Focusing: Tools and approaches

Ideas you can choose from and adapt for your situation.

General suggestions

  • Sometimes high leverage comes from combining foci, for example, deepening understanding and addressing social-emotional issues in mathematics.
  • Find a focus everyone can buy into, for example, in secondary schools enhancing metacognition, resilience, or structuring paragraphs in written language.
  • Look ahead to the checking phase to gather sufficient evidence to answer the question, "Have we made enough of a difference?"

Identifying a focus

Here is a simple template you can use to help you to identify your focus.

Template for focusing (Word 2007 19 kB)

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Setting goals and targets

At this stage you need to need to set goals and targets so you can answer the question in the checking phase “Have we made enough of a difference?”

“If you aim at nothing you will hit it every time. High expectations lead to high success.”

Prepare evidence

Make sure the evidence you have is specific and disaggregated by groups, and you know exactly which students will be included in your focused efforts. This evidence can serve as your baseline. Then develop your goals and targets.

Motivating goals

The purpose of having goals and targets is to motivate improvement. Goals and targets are motivating when:

  • they are specific, realistic, help everyone to focus, and are seen to be achievable
  • those involved in achieving them believe they will get the support to do so.

If your goals are not serving to motivate improvement, you may need to revisit the process or the goals and targets.

A range of goals

Sometimes goals and targets are restricted to curriculum content, but it is really important to have goals related to social-emotional and cultural learning as well.

  • These are important in their own right and can lead to deeper curriculum learning.
  • It is important to be ambitious in these areas because things can change around really quickly with the right focus and strategies to address them.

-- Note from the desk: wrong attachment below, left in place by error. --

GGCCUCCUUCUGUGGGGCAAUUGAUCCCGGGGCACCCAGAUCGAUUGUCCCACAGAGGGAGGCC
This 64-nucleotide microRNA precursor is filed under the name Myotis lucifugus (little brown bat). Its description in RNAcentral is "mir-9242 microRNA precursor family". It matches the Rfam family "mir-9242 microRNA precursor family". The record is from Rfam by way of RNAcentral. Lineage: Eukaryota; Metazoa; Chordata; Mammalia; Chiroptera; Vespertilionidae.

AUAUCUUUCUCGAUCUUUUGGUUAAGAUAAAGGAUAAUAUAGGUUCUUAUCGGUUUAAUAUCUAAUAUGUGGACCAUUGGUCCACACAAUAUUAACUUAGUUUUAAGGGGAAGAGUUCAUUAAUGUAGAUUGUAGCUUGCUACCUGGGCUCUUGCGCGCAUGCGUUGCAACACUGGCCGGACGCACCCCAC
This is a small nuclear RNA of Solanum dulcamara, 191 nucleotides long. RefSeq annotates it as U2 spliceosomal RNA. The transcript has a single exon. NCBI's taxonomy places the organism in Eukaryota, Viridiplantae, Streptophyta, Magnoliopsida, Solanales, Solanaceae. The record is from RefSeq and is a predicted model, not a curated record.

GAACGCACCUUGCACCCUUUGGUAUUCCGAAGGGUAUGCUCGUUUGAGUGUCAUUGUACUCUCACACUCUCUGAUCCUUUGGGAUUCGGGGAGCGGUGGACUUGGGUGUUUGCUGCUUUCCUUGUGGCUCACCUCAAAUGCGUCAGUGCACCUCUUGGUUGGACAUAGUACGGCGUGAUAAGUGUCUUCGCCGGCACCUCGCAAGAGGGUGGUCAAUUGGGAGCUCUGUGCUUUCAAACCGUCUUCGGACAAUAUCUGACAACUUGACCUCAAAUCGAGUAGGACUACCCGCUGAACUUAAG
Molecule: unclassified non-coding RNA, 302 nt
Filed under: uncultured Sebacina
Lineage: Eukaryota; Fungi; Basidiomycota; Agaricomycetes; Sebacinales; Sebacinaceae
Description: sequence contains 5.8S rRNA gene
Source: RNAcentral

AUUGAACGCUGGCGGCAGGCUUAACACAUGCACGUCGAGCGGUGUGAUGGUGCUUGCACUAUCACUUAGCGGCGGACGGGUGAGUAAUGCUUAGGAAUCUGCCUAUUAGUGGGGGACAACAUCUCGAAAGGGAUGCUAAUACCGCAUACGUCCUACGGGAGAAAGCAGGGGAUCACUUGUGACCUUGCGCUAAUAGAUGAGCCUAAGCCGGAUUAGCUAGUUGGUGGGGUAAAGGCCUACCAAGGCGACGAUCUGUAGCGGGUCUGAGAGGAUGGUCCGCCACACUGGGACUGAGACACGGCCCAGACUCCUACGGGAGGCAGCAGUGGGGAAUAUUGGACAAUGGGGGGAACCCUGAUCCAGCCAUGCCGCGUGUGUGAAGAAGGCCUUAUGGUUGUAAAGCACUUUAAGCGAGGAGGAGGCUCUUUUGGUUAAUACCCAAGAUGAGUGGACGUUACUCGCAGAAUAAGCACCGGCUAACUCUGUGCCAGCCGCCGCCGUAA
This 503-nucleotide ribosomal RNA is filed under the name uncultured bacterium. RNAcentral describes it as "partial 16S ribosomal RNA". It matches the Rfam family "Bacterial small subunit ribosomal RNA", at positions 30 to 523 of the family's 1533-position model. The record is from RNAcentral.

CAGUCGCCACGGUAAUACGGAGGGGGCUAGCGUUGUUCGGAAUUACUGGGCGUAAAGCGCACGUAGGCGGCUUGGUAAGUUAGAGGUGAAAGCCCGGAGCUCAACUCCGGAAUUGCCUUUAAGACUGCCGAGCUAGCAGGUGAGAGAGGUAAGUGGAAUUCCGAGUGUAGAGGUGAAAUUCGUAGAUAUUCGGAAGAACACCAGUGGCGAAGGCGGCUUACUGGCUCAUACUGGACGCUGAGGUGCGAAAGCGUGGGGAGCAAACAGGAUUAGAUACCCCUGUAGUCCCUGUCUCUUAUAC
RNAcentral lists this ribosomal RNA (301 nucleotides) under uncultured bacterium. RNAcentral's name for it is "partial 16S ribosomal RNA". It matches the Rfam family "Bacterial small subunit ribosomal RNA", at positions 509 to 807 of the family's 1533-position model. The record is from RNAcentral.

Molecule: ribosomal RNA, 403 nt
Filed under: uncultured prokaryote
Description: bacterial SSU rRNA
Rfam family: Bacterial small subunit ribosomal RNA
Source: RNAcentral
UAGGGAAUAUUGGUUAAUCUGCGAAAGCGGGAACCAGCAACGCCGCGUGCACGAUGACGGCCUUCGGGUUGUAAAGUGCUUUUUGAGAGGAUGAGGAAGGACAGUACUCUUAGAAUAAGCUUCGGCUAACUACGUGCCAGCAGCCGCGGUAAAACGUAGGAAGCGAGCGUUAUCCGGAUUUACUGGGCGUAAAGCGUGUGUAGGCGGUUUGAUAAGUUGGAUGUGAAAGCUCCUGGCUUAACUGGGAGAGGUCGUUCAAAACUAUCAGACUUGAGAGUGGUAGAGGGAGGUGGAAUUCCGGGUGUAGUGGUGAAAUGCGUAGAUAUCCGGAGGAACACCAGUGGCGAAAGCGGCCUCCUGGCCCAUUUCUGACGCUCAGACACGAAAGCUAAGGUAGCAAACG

Goals and targets can be defined in many different ways, but usually:

  • goals have broad aims, for example, improve student engagement and achievement in x
  • targets are more specific and time bound, for example, move every student at least two sub-levels in x, by x time, with students below level x moving three sub-levels.

You can use the acronym SMART as a reminder: specific, measurable, achievable, realistic and time-bound.

Some suggestions and cautions

  • Involve learners in setting both personal and school-wide goals and targets.
  • Make your goals and targets about what everyone hopes for the learners – not about what the adults will be doing, for example, improving practice. Leave that to later when you have developed and tested your hunches.
  • Measure what you treasure; don’t just treasure what you can easily measure.
  • Be very aware of possible perverse effects. For example, goals and targets that focus on a percentage of students achieving a particular level (for example, 85% of students reaching level x) can be inequitable and unfair to those who will struggle to achieve the level and to those who can achieve it easily. Shifting the whole profile with an emphasis on acceleration for those not doing so well is much fairer on everyone.

View Mt Roskill Primary School students talking about their learning goals. 

Mt Roskill Primary School students - UACEL on Vimeo

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